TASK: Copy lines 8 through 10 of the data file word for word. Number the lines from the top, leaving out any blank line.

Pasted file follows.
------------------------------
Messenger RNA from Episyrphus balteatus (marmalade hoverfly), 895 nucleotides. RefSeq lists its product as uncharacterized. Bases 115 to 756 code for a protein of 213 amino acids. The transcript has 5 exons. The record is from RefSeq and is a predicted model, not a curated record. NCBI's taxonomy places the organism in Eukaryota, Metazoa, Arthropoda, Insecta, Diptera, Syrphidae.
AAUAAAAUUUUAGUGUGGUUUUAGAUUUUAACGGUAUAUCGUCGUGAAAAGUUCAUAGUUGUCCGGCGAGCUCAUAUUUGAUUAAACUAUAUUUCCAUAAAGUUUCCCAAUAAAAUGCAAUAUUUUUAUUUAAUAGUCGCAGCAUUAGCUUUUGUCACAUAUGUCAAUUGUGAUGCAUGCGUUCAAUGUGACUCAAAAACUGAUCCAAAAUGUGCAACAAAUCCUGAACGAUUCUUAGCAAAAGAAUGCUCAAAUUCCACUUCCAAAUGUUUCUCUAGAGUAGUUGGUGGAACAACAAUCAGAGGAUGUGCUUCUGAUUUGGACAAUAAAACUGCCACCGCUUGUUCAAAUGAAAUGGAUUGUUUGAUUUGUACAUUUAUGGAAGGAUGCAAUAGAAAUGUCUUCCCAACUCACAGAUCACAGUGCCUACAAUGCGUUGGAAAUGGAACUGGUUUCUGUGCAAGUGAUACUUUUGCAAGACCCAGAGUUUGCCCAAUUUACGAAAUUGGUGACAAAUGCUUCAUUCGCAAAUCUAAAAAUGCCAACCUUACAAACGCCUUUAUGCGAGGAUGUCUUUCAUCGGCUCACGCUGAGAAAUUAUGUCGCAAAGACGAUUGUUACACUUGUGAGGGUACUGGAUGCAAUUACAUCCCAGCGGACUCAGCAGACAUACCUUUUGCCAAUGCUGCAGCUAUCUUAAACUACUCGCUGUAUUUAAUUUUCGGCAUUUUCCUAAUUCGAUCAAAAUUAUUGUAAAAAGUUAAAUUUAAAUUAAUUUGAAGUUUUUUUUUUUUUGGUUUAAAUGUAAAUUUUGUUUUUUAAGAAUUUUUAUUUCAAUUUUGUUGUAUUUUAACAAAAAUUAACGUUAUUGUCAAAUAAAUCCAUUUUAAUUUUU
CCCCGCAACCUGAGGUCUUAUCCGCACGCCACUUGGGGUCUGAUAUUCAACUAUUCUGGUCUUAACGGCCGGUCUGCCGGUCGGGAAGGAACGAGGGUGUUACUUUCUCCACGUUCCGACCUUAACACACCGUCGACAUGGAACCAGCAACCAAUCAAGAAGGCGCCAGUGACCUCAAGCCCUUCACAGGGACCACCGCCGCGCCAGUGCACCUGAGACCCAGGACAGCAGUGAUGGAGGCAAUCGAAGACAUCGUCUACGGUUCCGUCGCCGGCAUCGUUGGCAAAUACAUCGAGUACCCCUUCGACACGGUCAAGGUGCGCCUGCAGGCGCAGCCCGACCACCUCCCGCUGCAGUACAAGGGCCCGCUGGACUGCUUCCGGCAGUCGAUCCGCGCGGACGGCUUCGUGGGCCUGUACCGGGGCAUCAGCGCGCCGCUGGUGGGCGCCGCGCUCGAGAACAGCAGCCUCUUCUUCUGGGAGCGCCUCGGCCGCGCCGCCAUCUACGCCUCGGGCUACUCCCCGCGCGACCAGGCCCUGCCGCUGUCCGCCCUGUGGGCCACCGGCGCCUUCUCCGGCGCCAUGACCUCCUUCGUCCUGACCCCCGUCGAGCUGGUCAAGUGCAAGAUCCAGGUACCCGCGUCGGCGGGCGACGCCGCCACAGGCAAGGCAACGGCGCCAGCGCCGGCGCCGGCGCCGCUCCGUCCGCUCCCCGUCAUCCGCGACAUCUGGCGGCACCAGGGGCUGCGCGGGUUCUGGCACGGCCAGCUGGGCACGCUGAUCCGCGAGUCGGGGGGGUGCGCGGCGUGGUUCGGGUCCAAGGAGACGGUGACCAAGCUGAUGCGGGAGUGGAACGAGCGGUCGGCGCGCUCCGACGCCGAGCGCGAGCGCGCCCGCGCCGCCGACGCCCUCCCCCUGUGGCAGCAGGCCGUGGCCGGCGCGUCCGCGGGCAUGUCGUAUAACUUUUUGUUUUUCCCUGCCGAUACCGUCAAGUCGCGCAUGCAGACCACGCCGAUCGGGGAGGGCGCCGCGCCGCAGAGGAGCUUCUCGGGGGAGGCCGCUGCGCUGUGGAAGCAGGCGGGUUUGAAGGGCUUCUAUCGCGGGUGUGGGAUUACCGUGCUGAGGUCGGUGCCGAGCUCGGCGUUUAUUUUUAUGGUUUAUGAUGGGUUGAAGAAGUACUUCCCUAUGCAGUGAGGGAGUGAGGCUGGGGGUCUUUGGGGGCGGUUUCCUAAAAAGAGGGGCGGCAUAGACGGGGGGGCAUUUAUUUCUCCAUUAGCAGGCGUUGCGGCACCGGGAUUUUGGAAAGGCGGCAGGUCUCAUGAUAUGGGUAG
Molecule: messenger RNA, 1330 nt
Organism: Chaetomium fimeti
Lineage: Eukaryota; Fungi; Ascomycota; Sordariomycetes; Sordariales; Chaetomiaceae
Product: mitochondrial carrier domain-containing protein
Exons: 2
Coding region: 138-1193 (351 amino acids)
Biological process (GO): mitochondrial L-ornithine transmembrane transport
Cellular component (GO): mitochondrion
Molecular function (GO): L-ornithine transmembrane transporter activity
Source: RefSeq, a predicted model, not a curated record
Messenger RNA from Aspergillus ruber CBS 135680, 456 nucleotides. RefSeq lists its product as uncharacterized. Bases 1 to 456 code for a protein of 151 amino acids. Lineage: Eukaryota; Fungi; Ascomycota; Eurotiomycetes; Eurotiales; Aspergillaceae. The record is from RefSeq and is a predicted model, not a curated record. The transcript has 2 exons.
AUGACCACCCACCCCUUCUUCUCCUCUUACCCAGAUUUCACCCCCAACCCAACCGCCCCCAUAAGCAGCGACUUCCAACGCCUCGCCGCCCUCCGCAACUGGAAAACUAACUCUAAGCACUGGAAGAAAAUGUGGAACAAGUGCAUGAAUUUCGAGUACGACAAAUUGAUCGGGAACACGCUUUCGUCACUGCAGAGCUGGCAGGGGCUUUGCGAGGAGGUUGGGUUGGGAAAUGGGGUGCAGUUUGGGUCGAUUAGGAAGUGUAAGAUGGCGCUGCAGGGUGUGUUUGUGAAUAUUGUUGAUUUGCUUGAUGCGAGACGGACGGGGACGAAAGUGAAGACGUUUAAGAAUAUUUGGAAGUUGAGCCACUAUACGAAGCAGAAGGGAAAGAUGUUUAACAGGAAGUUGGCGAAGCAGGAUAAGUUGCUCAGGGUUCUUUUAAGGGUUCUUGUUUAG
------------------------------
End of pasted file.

Exons: 2
Coding region: 138-1193 (351 amino acids)
Biological process (GO): mitochondrial L-ornithine transmembrane transport